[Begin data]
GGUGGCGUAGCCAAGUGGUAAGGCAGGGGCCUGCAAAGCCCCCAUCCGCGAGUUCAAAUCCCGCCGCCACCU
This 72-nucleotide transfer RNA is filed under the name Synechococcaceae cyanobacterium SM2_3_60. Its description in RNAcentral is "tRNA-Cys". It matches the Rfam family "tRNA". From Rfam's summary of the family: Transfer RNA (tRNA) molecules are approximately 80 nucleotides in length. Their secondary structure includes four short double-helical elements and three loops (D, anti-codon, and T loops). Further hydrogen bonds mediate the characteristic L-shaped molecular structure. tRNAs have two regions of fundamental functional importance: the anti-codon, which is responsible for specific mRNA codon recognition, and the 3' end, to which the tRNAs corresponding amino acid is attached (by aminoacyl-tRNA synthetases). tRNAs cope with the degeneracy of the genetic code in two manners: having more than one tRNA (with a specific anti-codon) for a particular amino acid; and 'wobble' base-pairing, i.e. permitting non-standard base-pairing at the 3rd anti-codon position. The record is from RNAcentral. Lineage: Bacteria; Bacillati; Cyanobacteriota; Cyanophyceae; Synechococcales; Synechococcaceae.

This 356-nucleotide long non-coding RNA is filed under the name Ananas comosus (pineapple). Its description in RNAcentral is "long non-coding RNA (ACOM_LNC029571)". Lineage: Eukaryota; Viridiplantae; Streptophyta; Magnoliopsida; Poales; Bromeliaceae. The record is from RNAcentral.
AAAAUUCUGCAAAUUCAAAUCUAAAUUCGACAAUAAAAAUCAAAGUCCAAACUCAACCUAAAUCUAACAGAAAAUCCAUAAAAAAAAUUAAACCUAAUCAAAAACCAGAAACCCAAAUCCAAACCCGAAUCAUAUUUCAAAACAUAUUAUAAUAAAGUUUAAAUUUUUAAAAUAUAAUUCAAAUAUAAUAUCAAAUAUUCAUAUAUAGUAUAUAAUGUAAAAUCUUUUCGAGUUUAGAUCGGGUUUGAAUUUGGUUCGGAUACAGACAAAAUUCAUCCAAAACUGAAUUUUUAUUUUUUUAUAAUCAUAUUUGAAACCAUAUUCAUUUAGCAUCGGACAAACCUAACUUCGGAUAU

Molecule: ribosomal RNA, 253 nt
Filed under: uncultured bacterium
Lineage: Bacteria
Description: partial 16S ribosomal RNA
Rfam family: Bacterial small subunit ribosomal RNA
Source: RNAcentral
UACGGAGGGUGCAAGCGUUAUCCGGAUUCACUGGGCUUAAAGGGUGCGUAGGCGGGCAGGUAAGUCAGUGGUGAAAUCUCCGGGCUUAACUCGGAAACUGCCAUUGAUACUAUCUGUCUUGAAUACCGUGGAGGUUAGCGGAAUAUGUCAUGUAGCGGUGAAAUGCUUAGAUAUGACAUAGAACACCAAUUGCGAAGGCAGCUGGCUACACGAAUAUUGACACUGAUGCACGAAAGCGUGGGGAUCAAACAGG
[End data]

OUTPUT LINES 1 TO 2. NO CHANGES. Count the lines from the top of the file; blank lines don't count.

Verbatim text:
GGUGGCGUAGCCAAGUGGUAAGGCAGGGGCCUGCAAAGCCCCCAUCCGCGAGUUCAAAUCCCGCCGCCACCU
This 72-nucleotide transfer RNA is filed under the name Synechococcaceae cyanobacterium SM2_3_60. Its description in RNAcentral is "tRNA-Cys". It matches the Rfam family "tRNA". From Rfam's summary of the family: Transfer RNA (tRNA) molecules are approximately 80 nucleotides in length. Their secondary structure includes four short double-helical elements and three loops (D, anti-codon, and T loops). Further hydrogen bonds mediate the characteristic L-shaped molecular structure. tRNAs have two regions of fundamental functional importance: the anti-codon, which is responsible for specific mRNA codon recognition, and the 3' end, to which the tRNAs corresponding amino acid is attached (by aminoacyl-tRNA synthetases). tRNAs cope with the degeneracy of the genetic code in two manners: having more than one tRNA (with a specific anti-codon) for a particular amino acid; and 'wobble' base-pairing, i.e. permitting non-standard base-pairing at the 3rd anti-codon position. The record is from RNAcentral. Lineage: Bacteria; Bacillati; Cyanobacteriota; Cyanophyceae; Synechococcales; Synechococcaceae.